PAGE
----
Business Policies-Guidelines to Attain Goals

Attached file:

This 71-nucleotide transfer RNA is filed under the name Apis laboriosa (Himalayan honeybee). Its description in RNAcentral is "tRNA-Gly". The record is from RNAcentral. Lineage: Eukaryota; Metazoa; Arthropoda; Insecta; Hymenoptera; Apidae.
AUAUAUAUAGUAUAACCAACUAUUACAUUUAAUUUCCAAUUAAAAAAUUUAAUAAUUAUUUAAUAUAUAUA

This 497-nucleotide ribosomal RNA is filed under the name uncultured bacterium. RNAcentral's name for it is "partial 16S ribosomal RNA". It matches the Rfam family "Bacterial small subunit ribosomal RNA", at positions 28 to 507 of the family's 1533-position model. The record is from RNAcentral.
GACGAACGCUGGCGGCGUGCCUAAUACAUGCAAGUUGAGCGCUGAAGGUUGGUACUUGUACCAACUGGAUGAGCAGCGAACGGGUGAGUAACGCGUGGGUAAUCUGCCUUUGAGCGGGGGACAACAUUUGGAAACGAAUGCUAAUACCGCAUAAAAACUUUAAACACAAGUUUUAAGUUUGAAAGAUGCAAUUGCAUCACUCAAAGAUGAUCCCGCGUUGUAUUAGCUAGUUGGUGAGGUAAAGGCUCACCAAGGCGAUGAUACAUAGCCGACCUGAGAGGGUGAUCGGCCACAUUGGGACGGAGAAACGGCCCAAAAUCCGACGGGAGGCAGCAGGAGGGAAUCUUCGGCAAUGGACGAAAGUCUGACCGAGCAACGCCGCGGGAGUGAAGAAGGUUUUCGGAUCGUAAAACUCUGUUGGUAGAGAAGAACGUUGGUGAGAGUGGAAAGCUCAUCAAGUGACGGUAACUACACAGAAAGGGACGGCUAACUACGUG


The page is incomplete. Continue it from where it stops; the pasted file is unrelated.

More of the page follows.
#Business Policies – Framing and Execution Business policies are the keystone in the arch of #management and the life-blood for the successful functioning of business, because without well-laid down policies, there cannot be lasting improvements in the economic condition of the firm and labor-management relations. A policy is a positive declaration and a command to its followers. It translates the #goals of an organization into selected routes and provides the general #guidelines that prescribe and proscribe programmes, which in turn, dictate practices and procedure. Attainment of Objectives: Buisness policies are general statement of principles for the attainment of objectives which serve as a guide to action for the executives at different levels of management. They pave a broad way in which the #sub-ordinates tread along towards accomplishing their objectives. Hierarchy: For each set of objectives at each level, there is a corresponding set of policies. The #Board of Directors determine the basic overall corporate policies The #top management decides on the executive corporate policies #Managers decide on the departments / divisional policies Middle managers handle  the sectional policies Consistent Decisions contributing to the Objectives: The policies delimit the area within which a decision has to be made; however, they do allow some discretion on the part of the man on the firing line, otherwise, they would be mere rules. At the same time too much of discretion in policy matters may prove harmful to the accomplishment of organizational objectives and hence it is generally within limits. Mutual Application: Policies in general are meant for mutual application by sub ordinates. They are fabricated to suit a specific situation in which they are applied, for they cannot apply themselves. Unified Structure: Policies tend to predefine issues, avoid repeated analysis and give a unified structure to other types of plans, thus permitting managers to delegate authority while maintaining #control. Policies for all Functional Areas: In a well-structured and managed organization, policies are framed for all functional levels of management. #Corporate planning #Marketing #Research and Development Engineering Manufacturing #Inventory #Purchase Physical Distribution #Accounting #Finance #Costing Advertising #Personal Selling #Special Promotion, are some areas that require clear-cut policies. Clear-Cut Guidelines: Policies serve an extremely useful purpose in that they avoid confusion and provide clear-cut guidelines. This enables the business to be carried on smoothly and often without break. They lead to better and maximum utilization of resources, human, financial and physical, by adhering to actions for...